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How to prevent credit card fraud this holiday season

Here's how you can protect yourself from credit card fraud this holiday season with insight from a FICO fraud expert.

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Holiday shopping is in full swing, and you're likely using a credit card to purchase gifts. It's ideal in a lot of ways: You can earn and redeem rewards to cover the cost of all the gifts you need to buy. But experts warn you should be wary of where you use a credit card this time of year.

"The holiday season is peak time for fraud as holiday spending provides a tempting opportunity for fraudsters," Liz Lasher, vice president of fraud and financial crimes at FICO, tells CNBC Select.

"Many people are so busy with shopping and festivities they don't take that extra minute to scrutinize an email link that purports to come from a store or delivery service. Or they fail to notice a few fraudulent charges among the higher volume of transactions on their bank or card statement," Lasher explains.

While there's the potential for fraud, using a credit card for holiday shopping is still your best bet. Card issuers provide zero liability protection, which means you won't be charged for fraudulent charges.

Below, CNBC Select provides tips on how you can protect yourself from credit card fraud this holiday season.

How to protect yourself against credit card fraud

Monitor your credit card accounts

While you should always monitor your credit card balance(s) on a regular basis, it's especially important to check them during the holidays. Make sure all transactions listed were made by you or any authorized users on your account.

"Turn on alerts, if available, from your bank or card issuer," Lasher says. "This can inform you when spending is taking place on your card."

Capital One cards, such as the Capital One Venture Rewards Credit Card, offer alerts via text, email and phone if Capital One notices potential suspicious transactions on your account. (See rates and fees). American Express cards, such as the Blue Cash Preferred® Card from American Express, allow you to set alerts when purchases are made abroad or if a large purchase was approved.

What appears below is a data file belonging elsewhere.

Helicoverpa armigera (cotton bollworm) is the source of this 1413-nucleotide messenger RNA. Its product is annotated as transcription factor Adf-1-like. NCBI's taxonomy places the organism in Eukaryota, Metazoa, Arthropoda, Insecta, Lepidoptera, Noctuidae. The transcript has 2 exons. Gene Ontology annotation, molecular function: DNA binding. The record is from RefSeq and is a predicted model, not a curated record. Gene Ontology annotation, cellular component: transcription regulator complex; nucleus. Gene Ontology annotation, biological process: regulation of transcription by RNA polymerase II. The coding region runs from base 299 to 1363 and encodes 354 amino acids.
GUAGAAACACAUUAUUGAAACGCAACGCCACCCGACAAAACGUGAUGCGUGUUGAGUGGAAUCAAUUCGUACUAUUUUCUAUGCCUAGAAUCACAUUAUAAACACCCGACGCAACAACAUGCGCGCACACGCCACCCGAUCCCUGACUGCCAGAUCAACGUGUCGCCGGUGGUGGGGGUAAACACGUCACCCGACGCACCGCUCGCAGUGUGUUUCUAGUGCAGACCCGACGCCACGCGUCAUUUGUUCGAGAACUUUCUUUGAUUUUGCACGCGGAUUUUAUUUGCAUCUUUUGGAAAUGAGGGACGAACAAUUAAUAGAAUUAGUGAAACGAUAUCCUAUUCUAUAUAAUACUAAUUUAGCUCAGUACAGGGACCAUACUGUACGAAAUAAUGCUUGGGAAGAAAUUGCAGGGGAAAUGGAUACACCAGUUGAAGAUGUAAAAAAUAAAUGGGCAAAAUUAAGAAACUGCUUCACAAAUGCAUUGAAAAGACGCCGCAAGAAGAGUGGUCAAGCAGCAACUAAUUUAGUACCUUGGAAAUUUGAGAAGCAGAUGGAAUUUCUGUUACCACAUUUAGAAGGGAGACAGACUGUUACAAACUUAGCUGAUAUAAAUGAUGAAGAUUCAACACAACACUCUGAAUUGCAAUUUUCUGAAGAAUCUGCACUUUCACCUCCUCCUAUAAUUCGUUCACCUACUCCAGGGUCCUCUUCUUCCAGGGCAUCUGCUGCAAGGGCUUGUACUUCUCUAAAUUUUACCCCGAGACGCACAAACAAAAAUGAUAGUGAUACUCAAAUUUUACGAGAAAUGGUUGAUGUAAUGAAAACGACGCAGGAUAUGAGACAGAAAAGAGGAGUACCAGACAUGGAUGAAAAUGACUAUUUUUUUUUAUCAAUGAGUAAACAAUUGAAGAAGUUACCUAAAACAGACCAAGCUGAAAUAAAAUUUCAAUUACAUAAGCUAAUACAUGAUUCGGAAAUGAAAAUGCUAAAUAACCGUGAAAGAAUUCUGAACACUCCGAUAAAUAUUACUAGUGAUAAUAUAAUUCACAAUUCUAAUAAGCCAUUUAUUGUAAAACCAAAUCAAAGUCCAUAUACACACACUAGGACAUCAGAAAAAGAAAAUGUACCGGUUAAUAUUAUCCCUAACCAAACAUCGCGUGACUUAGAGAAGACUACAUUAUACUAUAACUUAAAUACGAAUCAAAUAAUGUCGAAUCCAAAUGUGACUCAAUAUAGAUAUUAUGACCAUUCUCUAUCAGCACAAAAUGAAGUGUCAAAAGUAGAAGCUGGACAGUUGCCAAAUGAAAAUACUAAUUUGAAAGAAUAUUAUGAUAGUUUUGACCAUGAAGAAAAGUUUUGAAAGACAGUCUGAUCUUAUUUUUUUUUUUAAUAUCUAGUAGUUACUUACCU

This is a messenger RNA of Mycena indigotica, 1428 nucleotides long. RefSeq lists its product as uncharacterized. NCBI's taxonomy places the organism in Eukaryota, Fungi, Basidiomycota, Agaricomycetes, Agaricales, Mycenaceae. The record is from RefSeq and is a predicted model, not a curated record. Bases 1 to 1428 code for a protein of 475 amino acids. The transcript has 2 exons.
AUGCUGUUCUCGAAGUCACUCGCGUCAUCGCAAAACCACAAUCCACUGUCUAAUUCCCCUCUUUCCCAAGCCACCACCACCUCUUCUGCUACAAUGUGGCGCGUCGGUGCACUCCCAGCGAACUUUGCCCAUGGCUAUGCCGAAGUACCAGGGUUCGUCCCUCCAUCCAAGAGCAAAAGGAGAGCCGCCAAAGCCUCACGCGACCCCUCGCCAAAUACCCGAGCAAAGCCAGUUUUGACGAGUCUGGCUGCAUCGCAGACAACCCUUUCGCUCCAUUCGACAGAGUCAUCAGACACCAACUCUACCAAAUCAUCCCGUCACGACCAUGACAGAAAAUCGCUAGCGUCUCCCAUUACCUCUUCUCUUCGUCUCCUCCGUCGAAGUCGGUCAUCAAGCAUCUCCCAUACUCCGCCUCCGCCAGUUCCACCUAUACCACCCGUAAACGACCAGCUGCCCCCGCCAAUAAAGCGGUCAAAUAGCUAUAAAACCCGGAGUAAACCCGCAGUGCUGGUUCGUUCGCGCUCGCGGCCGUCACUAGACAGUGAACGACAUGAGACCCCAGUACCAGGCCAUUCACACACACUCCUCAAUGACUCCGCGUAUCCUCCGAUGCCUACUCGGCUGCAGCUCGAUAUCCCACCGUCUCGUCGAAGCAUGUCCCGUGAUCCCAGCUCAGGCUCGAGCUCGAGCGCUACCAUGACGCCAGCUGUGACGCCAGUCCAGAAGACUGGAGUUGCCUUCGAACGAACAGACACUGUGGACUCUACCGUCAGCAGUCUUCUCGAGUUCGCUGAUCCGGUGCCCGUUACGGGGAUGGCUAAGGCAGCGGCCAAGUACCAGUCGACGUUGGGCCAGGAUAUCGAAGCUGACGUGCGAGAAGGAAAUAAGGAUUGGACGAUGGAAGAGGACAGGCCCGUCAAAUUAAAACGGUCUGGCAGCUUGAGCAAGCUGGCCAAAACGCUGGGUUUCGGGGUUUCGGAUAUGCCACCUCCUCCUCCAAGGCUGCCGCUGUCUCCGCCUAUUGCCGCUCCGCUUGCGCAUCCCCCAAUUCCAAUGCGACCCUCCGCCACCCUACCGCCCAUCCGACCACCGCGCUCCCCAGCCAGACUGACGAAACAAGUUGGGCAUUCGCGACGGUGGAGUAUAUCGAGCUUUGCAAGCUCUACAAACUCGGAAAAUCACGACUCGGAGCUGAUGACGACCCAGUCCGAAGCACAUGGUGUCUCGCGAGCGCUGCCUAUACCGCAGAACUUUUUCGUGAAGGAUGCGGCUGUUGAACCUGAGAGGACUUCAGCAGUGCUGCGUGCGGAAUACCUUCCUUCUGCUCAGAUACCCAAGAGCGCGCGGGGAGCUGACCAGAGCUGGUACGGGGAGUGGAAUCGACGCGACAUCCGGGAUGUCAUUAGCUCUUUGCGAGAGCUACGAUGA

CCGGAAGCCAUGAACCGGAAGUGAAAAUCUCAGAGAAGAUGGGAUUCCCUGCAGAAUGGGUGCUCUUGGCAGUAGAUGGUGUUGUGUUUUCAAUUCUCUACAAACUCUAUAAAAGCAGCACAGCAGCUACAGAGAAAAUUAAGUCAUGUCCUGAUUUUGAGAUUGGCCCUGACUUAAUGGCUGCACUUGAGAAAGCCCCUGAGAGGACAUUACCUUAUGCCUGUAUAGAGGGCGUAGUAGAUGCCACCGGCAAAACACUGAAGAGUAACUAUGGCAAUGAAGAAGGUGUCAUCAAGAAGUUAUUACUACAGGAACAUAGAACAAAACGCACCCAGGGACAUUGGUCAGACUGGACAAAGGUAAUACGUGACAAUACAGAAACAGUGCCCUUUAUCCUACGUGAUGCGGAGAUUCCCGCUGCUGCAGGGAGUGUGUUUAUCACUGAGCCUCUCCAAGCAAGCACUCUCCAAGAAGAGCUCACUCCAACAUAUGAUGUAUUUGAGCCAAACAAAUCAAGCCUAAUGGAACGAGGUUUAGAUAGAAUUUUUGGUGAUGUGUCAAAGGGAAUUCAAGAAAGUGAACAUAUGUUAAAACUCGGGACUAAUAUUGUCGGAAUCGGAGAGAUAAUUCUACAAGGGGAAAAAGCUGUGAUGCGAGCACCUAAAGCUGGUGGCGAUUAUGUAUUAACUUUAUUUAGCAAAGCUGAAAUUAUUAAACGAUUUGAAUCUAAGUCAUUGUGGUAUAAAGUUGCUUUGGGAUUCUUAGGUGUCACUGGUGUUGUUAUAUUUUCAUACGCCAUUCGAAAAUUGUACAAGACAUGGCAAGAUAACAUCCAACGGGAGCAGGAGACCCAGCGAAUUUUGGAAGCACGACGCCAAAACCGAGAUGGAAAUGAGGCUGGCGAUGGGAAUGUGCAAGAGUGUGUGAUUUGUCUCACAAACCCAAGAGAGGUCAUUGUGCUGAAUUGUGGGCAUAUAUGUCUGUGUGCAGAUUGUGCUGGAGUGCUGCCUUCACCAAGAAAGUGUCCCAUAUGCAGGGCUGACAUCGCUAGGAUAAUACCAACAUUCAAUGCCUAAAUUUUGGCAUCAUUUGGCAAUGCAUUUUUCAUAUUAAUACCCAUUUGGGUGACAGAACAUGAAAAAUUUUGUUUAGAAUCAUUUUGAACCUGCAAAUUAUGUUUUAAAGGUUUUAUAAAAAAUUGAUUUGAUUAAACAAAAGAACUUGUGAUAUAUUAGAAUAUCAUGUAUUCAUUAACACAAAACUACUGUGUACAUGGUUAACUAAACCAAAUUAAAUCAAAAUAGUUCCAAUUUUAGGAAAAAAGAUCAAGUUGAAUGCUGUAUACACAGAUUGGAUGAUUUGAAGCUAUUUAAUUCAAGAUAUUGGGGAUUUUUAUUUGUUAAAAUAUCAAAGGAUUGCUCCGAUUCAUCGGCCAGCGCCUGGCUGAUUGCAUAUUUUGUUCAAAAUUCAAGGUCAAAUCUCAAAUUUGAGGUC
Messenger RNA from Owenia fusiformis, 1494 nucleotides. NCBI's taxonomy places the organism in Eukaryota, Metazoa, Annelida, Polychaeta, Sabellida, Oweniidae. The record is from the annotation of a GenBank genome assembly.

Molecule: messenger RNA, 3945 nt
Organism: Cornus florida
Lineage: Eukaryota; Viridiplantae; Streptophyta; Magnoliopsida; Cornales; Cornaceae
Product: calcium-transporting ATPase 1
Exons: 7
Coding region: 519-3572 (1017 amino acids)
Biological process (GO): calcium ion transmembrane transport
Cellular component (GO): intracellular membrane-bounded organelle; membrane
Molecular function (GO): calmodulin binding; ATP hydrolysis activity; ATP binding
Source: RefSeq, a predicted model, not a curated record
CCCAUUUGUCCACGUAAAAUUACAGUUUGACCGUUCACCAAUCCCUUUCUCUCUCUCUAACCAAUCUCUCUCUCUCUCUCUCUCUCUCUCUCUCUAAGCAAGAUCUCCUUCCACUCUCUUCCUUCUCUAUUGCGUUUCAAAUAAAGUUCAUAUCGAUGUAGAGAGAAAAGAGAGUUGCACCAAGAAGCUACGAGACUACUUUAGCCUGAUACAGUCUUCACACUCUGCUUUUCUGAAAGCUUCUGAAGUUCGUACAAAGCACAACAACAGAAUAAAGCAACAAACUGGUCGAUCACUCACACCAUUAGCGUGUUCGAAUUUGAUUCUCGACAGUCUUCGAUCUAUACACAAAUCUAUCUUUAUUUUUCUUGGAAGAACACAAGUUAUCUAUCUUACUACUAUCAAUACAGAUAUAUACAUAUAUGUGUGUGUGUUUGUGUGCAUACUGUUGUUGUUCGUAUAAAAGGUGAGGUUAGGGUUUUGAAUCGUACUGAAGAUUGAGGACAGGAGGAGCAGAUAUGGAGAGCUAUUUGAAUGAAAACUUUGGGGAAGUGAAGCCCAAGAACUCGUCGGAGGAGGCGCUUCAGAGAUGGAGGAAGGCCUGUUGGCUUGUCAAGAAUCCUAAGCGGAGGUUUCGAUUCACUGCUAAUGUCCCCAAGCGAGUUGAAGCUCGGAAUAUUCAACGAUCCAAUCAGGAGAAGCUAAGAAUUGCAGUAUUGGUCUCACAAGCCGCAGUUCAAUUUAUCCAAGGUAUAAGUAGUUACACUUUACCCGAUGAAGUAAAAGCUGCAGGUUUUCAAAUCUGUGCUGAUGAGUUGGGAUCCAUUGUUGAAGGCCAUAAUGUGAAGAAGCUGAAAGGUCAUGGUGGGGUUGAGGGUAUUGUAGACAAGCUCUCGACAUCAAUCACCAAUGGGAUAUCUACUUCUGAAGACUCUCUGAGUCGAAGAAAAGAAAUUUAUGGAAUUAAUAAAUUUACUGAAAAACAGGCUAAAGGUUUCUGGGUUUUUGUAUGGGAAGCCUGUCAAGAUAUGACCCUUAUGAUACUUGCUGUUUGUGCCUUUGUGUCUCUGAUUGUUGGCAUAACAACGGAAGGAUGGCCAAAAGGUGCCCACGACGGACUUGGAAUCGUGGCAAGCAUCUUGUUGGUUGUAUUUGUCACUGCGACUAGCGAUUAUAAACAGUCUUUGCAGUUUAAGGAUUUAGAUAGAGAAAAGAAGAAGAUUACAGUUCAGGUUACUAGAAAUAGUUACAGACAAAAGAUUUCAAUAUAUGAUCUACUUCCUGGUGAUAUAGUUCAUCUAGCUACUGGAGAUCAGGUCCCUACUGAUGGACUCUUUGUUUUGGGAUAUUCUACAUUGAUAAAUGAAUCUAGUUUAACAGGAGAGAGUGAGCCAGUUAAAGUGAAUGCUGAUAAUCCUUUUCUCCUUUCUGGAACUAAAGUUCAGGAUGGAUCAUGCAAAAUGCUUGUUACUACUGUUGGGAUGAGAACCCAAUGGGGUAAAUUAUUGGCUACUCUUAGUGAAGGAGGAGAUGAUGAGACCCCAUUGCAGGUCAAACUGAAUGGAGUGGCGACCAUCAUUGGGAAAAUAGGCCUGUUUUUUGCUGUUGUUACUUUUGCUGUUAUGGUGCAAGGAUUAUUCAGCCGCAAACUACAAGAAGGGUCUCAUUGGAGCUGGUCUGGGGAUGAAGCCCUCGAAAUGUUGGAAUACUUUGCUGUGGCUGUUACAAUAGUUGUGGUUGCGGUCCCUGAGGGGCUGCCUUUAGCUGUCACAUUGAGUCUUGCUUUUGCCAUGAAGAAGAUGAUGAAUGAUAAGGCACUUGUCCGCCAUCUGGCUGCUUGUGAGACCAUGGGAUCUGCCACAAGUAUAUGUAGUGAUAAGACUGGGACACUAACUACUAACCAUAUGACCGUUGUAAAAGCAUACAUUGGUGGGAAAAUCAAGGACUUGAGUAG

If you notice anything suspicious, contact your card issuer immediately to dispute the transaction and freeze your credit card.

Be wary of advertisements

You may be tempted to click on social media ads on Instagram or Facebook, but you should do so sparingly. Ads boasting limited-time offers or large discounts may not always be from a reliable site.

"It's harder to mouse over a link and know where it's going on a smartphone than on a laptop or tablet. You might want to resist the urge to click until you can verify the source," Lasher explains.

Before clicking on any ad — whether it's via your smartphone or laptop — you should verify the source.

"Rather than click on a link in an email or SMS, go to the site itself. Hackers can spoof websites, so make sure you're shopping on the right site," Lasher recommends.

Double check the URL to make sure the spelling is correct, that the URL begins with "https" and there's a small lock icon that confirms it's a secure site.

Secure your information

If you do want to do some online shopping from your phone while you're out in public, make sure you don't leave any personal information easily visible, since someone can easily peer over your shoulder and access your data. You should try to complete purchases in secure areas, such as your car, rather than an open coffee shop, for example. Obscure your credit card number with your hand or use a mobile wallet, such as Apple Pay.

It's better to use cellular data to access the internet when you're out and about, rather than public Wi-Fi, which isn't secure and leaves you vulnerable to hackers.

Watch out for spam phone calls

There's also an uptick in spam calls this time of year, with fraudsters trying to get unwarranted personal information for you.

"Don't fall for phone calls where the caller asks for your card details. If you didn't make the call, you don't know it's legit," Lasher says.

"If you get a call from someone who says they're from your bank, and it feels suspicious, hang up and call your bank directly. Your bank will never ask you for your password," Lasher says. "Criminals know people are worried about fraud during the holidays and may take this opportunity to try to get you to divulge information."

Also if someone asks for your social security number and other sensitive information, that's a red flag. A general rule of thumb is you shouldn't provide your social security number over the phone if you didn't initiate the call. And even if you did, there are often other, less personal details you can provide to verify your identity.

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Editorial Note: Opinions, analyses, reviews or recommendations expressed in this article are those of the Select editorial staff’s alone, and have not been reviewed, approved or otherwise endorsed by any third party.
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